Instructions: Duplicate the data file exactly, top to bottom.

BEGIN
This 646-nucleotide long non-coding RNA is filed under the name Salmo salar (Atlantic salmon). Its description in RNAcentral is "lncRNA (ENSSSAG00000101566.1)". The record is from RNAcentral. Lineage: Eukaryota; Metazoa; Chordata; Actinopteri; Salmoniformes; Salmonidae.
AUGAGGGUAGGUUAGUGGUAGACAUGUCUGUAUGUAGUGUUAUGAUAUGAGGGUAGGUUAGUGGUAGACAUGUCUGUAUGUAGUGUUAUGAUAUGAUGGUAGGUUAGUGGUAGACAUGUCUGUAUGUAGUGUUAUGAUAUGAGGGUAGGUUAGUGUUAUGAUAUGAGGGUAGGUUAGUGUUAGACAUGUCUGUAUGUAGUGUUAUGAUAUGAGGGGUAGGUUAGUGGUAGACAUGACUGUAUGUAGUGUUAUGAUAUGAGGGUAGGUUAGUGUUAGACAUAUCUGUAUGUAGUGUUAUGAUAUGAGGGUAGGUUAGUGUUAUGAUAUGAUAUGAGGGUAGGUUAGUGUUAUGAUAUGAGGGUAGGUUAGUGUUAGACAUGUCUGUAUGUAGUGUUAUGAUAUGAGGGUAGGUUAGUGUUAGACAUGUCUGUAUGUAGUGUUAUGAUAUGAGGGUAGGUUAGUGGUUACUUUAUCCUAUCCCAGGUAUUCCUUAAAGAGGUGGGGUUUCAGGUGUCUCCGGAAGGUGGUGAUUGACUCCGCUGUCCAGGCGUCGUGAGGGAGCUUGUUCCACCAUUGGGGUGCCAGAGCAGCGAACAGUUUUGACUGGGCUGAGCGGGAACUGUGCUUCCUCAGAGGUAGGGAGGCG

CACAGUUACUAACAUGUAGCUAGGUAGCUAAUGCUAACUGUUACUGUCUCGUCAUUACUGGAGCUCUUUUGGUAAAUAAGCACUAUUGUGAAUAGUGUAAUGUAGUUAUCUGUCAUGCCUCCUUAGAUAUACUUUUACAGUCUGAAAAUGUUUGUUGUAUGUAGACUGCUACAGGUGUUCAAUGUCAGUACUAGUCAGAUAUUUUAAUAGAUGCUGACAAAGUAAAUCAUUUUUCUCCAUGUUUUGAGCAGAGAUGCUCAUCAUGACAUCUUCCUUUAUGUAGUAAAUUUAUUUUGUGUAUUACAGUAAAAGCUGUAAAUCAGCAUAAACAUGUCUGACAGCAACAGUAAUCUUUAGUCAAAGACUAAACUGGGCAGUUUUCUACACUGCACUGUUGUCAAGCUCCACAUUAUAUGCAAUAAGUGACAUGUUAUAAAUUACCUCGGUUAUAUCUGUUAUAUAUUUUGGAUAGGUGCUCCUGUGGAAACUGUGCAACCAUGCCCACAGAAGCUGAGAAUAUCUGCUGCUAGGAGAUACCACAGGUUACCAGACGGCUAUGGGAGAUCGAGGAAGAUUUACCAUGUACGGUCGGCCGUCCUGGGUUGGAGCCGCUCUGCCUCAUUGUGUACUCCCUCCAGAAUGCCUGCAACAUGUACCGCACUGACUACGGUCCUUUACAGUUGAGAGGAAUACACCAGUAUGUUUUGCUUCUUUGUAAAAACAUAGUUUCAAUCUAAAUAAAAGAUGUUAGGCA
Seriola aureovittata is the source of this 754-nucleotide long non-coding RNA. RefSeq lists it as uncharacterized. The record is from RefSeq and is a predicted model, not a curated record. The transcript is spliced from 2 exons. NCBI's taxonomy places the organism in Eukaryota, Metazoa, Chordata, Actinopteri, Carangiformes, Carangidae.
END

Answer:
This 646-nucleotide long non-coding RNA is filed under the name Salmo salar (Atlantic salmon). Its description in RNAcentral is "lncRNA (ENSSSAG00000101566.1)". The record is from RNAcentral. Lineage: Eukaryota; Metazoa; Chordata; Actinopteri; Salmoniformes; Salmonidae.
AUGAGGGUAGGUUAGUGGUAGACAUGUCUGUAUGUAGUGUUAUGAUAUGAGGGUAGGUUAGUGGUAGACAUGUCUGUAUGUAGUGUUAUGAUAUGAUGGUAGGUUAGUGGUAGACAUGUCUGUAUGUAGUGUUAUGAUAUGAGGGUAGGUUAGUGUUAUGAUAUGAGGGUAGGUUAGUGUUAGACAUGUCUGUAUGUAGUGUUAUGAUAUGAGGGGUAGGUUAGUGGUAGACAUGACUGUAUGUAGUGUUAUGAUAUGAGGGUAGGUUAGUGUUAGACAUAUCUGUAUGUAGUGUUAUGAUAUGAGGGUAGGUUAGUGUUAUGAUAUGAUAUGAGGGUAGGUUAGUGUUAUGAUAUGAGGGUAGGUUAGUGUUAGACAUGUCUGUAUGUAGUGUUAUGAUAUGAGGGUAGGUUAGUGUUAGACAUGUCUGUAUGUAGUGUUAUGAUAUGAGGGUAGGUUAGUGGUUACUUUAUCCUAUCCCAGGUAUUCCUUAAAGAGGUGGGGUUUCAGGUGUCUCCGGAAGGUGGUGAUUGACUCCGCUGUCCAGGCGUCGUGAGGGAGCUUGUUCCACCAUUGGGGUGCCAGAGCAGCGAACAGUUUUGACUGGGCUGAGCGGGAACUGUGCUUCCUCAGAGGUAGGGAGGCG

CACAGUUACUAACAUGUAGCUAGGUAGCUAAUGCUAACUGUUACUGUCUCGUCAUUACUGGAGCUCUUUUGGUAAAUAAGCACUAUUGUGAAUAGUGUAAUGUAGUUAUCUGUCAUGCCUCCUUAGAUAUACUUUUACAGUCUGAAAAUGUUUGUUGUAUGUAGACUGCUACAGGUGUUCAAUGUCAGUACUAGUCAGAUAUUUUAAUAGAUGCUGACAAAGUAAAUCAUUUUUCUCCAUGUUUUGAGCAGAGAUGCUCAUCAUGACAUCUUCCUUUAUGUAGUAAAUUUAUUUUGUGUAUUACAGUAAAAGCUGUAAAUCAGCAUAAACAUGUCUGACAGCAACAGUAAUCUUUAGUCAAAGACUAAACUGGGCAGUUUUCUACACUGCACUGUUGUCAAGCUCCACAUUAUAUGCAAUAAGUGACAUGUUAUAAAUUACCUCGGUUAUAUCUGUUAUAUAUUUUGGAUAGGUGCUCCUGUGGAAACUGUGCAACCAUGCCCACAGAAGCUGAGAAUAUCUGCUGCUAGGAGAUACCACAGGUUACCAGACGGCUAUGGGAGAUCGAGGAAGAUUUACCAUGUACGGUCGGCCGUCCUGGGUUGGAGCCGCUCUGCCUCAUUGUGUACUCCCUCCAGAAUGCCUGCAACAUGUACCGCACUGACUACGGUCCUUUACAGUUGAGAGGAAUACACCAGUAUGUUUUGCUUCUUUGUAAAAACAUAGUUUCAAUCUAAAUAAAAGAUGUUAGGCA
Seriola aureovittata is the source of this 754-nucleotide long non-coding RNA. RefSeq lists it as uncharacterized. The record is from RefSeq and is a predicted model, not a curated record. The transcript is spliced from 2 exons. NCBI's taxonomy places the organism in Eukaryota, Metazoa, Chordata, Actinopteri, Carangiformes, Carangidae.